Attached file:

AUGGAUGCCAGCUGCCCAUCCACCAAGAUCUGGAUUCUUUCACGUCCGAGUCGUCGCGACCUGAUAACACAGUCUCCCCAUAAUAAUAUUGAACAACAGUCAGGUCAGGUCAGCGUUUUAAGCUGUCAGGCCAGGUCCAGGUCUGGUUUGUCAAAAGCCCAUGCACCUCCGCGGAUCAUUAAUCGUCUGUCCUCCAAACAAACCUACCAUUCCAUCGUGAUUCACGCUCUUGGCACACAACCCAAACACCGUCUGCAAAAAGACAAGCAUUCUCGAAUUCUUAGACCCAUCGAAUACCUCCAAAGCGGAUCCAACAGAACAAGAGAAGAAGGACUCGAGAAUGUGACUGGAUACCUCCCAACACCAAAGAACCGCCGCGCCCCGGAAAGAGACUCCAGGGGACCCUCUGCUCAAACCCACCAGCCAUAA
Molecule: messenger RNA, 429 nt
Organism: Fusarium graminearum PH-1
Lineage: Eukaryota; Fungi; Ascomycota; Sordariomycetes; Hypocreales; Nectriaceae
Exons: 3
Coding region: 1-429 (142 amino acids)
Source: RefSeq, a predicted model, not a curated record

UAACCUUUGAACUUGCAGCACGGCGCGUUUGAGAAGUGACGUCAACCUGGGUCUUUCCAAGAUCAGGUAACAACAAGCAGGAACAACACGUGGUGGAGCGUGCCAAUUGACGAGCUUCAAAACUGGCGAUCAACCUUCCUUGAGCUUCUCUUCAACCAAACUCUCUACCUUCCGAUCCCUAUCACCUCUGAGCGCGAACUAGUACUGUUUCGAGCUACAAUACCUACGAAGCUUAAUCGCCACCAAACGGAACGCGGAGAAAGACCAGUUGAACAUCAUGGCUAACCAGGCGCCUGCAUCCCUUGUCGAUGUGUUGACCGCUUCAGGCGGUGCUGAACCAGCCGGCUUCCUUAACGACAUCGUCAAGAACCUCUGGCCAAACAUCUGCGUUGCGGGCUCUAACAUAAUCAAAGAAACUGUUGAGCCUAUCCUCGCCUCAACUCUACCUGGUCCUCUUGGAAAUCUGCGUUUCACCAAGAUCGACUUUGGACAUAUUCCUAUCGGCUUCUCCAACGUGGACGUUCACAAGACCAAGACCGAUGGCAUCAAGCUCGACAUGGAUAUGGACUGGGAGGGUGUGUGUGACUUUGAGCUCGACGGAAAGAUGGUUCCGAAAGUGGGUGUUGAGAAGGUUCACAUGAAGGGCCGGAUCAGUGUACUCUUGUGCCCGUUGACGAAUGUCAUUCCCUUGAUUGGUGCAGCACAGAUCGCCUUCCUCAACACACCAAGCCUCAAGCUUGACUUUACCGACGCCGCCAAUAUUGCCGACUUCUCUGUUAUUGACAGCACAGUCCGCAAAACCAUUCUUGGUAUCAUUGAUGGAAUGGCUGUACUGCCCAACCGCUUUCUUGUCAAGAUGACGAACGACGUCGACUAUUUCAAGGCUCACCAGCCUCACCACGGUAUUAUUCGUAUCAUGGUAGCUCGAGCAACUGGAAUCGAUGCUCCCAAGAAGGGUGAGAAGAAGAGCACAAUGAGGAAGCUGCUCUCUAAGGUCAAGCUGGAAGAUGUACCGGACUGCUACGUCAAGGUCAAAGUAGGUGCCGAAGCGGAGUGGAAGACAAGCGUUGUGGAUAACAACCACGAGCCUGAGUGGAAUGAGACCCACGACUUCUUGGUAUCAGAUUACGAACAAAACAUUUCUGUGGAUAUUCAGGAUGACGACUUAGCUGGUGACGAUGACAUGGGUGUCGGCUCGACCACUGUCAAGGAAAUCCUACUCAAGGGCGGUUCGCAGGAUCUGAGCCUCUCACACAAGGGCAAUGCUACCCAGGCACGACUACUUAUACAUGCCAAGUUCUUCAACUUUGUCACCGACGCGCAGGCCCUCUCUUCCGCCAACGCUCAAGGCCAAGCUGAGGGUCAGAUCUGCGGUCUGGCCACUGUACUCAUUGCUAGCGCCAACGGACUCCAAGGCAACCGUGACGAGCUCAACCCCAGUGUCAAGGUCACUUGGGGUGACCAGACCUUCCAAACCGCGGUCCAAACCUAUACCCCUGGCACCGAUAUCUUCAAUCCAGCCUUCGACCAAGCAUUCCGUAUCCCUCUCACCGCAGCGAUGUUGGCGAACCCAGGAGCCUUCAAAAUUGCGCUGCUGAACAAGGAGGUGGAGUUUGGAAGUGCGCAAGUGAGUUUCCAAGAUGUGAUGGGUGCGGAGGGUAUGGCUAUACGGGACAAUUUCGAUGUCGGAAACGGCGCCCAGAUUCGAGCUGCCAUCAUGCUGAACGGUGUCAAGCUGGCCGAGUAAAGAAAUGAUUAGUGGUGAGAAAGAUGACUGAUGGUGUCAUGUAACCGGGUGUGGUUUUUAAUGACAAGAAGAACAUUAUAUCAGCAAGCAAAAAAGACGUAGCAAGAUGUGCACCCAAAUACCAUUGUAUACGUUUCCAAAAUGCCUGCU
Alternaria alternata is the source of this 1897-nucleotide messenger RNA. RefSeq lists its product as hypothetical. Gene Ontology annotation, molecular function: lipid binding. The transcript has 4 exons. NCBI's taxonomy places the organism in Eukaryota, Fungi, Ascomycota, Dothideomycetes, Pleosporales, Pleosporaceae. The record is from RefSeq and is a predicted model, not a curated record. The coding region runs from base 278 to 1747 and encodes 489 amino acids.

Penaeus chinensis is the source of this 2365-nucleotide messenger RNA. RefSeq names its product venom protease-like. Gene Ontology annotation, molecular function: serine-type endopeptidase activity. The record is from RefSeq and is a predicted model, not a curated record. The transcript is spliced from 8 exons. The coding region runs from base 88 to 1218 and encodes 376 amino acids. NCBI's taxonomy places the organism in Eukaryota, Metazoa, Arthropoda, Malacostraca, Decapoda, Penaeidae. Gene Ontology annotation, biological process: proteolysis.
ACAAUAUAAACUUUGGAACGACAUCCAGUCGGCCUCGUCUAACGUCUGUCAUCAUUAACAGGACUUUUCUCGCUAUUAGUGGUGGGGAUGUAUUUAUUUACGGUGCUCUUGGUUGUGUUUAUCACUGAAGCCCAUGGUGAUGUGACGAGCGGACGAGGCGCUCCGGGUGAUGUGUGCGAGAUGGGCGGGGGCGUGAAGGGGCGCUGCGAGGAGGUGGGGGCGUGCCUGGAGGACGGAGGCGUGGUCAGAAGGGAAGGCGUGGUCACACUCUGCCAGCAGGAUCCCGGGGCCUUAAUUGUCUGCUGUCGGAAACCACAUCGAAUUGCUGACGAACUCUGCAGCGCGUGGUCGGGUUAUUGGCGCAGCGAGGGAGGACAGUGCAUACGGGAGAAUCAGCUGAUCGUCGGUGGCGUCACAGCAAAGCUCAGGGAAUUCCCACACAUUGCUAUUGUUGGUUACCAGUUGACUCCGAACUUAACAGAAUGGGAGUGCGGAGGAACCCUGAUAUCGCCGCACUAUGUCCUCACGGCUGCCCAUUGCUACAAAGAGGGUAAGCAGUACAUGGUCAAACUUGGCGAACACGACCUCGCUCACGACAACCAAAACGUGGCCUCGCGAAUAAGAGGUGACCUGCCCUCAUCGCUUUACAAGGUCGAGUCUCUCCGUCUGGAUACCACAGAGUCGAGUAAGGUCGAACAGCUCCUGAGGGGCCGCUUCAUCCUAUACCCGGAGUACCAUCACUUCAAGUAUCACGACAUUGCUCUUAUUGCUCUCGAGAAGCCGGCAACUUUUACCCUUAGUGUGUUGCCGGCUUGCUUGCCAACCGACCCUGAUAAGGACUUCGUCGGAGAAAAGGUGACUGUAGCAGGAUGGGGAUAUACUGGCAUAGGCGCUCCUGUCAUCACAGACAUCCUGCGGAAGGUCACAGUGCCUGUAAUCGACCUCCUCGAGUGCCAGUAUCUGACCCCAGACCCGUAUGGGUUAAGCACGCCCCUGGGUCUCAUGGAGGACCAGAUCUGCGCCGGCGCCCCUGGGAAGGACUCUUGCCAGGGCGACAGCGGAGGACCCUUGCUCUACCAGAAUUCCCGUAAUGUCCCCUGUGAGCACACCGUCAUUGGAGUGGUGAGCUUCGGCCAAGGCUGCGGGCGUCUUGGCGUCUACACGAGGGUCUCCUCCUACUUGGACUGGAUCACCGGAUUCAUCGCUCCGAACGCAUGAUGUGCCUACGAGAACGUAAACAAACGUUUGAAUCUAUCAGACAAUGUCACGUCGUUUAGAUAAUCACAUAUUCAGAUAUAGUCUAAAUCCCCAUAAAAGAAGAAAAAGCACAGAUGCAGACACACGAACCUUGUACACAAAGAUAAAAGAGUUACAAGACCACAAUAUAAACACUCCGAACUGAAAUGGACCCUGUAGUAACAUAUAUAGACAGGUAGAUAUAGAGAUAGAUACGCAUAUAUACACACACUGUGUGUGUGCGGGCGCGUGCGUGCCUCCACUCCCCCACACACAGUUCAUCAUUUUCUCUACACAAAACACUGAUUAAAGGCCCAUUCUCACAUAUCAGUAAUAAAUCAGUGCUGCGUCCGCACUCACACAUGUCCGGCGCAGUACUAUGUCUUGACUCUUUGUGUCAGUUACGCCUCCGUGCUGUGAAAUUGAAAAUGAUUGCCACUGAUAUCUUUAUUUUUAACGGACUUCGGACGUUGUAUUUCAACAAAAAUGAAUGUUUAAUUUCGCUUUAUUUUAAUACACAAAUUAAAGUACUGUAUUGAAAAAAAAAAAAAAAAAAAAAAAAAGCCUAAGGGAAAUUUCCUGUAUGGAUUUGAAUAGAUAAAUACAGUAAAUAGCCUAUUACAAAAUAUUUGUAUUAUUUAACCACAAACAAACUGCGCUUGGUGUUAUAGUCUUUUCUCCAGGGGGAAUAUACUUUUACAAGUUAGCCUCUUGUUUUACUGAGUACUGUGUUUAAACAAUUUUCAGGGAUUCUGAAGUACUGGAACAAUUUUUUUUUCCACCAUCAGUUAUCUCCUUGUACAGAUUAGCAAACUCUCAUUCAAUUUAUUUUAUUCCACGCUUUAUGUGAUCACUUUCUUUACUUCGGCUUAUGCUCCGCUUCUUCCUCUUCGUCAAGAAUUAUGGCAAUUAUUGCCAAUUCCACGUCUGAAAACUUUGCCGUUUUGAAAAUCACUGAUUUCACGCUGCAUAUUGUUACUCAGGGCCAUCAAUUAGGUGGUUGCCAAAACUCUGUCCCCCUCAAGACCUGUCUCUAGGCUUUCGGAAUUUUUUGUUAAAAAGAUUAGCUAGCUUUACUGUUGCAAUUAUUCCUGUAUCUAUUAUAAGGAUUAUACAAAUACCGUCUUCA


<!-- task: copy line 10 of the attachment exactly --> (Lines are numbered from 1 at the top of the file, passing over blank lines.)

Penaeus chinensis is the source of this 2365-nucleotide messenger RNA. RefSeq names its product venom protease-like. Gene Ontology annotation, molecular function: serine-type endopeptidase activity. The record is from RefSeq and is a predicted model, not a curated record. The transcript is spliced from 8 exons. The coding region runs from base 88 to 1218 and encodes 376 amino acids. NCBI's taxonomy places the organism in Eukaryota, Metazoa, Arthropoda, Malacostraca, Decapoda, Penaeidae. Gene Ontology annotation, biological process: proteolysis.